Are you lugging around feelings of guilt about someone important to you who died?
Are those feelings hanging around long after you—and others who care about you—think they should be gone? If so, there’s a possibility that what you’re calling guilt is something else.
If guilt isn’t the right word to define what you’ve been feeling, it may be adding to the burden you’re carrying.
Here is how to get rid of feelings of guilt.
Try this little experiment
Think about the person and the reason you’ve been saying that you feel guilty. Then ask yourself, “Is there anything I wish I’d said or done differently? Is there anything I wish the other person had said or done differently? Are there some things I wish had happened better or more often?”
If you answered yes to any of those questions, then it’s very likely that guilt is the wrong word to define what you’re feeling. Why? Because guilt implies intent to harm.
So ask yourself one more question: “Did I do anything with intent to harm the person who died?” If your answer to that question is NO, then you really need to wonder if guilt is the right word to use.
Here’s an example of how the word guilt gets falsely applied
You get a call from your mother telling you that grandma isn’t doing too well. It isn’t feasible for you to make the trip to see her, so you decide you’ll go see her later in the year. But her condition worsens and she dies without you having visited her.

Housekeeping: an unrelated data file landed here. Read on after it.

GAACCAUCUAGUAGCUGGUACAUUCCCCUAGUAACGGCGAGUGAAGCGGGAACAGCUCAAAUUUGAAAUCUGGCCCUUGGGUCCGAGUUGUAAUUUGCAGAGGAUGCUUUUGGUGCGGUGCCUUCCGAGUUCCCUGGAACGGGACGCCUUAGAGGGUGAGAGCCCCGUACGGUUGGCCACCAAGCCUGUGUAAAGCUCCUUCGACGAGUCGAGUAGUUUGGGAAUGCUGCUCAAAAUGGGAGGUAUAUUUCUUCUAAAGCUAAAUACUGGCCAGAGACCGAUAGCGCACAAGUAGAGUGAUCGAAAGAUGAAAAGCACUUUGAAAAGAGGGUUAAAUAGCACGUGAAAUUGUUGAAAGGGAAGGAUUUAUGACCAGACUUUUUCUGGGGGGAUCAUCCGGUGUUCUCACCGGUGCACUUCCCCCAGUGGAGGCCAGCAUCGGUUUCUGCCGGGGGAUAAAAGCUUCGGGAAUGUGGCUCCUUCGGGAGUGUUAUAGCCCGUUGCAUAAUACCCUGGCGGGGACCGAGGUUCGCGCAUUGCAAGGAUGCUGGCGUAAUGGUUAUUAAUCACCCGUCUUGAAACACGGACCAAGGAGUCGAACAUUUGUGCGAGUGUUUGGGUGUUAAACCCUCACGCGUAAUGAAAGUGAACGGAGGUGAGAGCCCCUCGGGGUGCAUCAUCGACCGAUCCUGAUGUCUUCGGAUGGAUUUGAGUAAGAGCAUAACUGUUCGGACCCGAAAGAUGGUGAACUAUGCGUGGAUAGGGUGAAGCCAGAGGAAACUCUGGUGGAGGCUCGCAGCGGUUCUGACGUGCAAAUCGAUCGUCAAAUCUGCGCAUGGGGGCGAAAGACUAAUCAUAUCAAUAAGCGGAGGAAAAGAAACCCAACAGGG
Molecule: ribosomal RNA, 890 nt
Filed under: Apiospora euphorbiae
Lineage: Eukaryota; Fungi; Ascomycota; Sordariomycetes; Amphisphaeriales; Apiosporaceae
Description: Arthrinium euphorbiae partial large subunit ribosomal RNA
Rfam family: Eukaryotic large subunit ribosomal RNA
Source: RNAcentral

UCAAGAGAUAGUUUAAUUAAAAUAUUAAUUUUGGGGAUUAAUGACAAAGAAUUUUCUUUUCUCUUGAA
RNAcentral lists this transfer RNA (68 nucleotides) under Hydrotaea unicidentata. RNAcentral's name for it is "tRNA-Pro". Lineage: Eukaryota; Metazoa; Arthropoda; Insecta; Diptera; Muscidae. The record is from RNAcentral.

You might tell us you feel guilty, and we might ask you, “Did you NOT visit her with intent to harm her?” And you would reply, “No, it was an awkward time for me—but if I’d known how close she was to the end, I would have dropped everything and gone to see her.”
When you identify anything you wish had been different, better, or more, you are on the right path to being able to feel “complete” with what you now realize is unfinished for you in relationship to the person who died.
Sadly, you can’t get them back and talk to them in person, but you can do the next best thing. With the guidance of the actions of the Grief Recovery Method, you can communicate [indirectly] any apologies, forgiveness, or significant emotional statements that express the real feelings you have about what did and didn’t happen.
When you do that, you lift the false burden of guilt, which allows you to retain the fond memories you have of that person without them turning painful for you.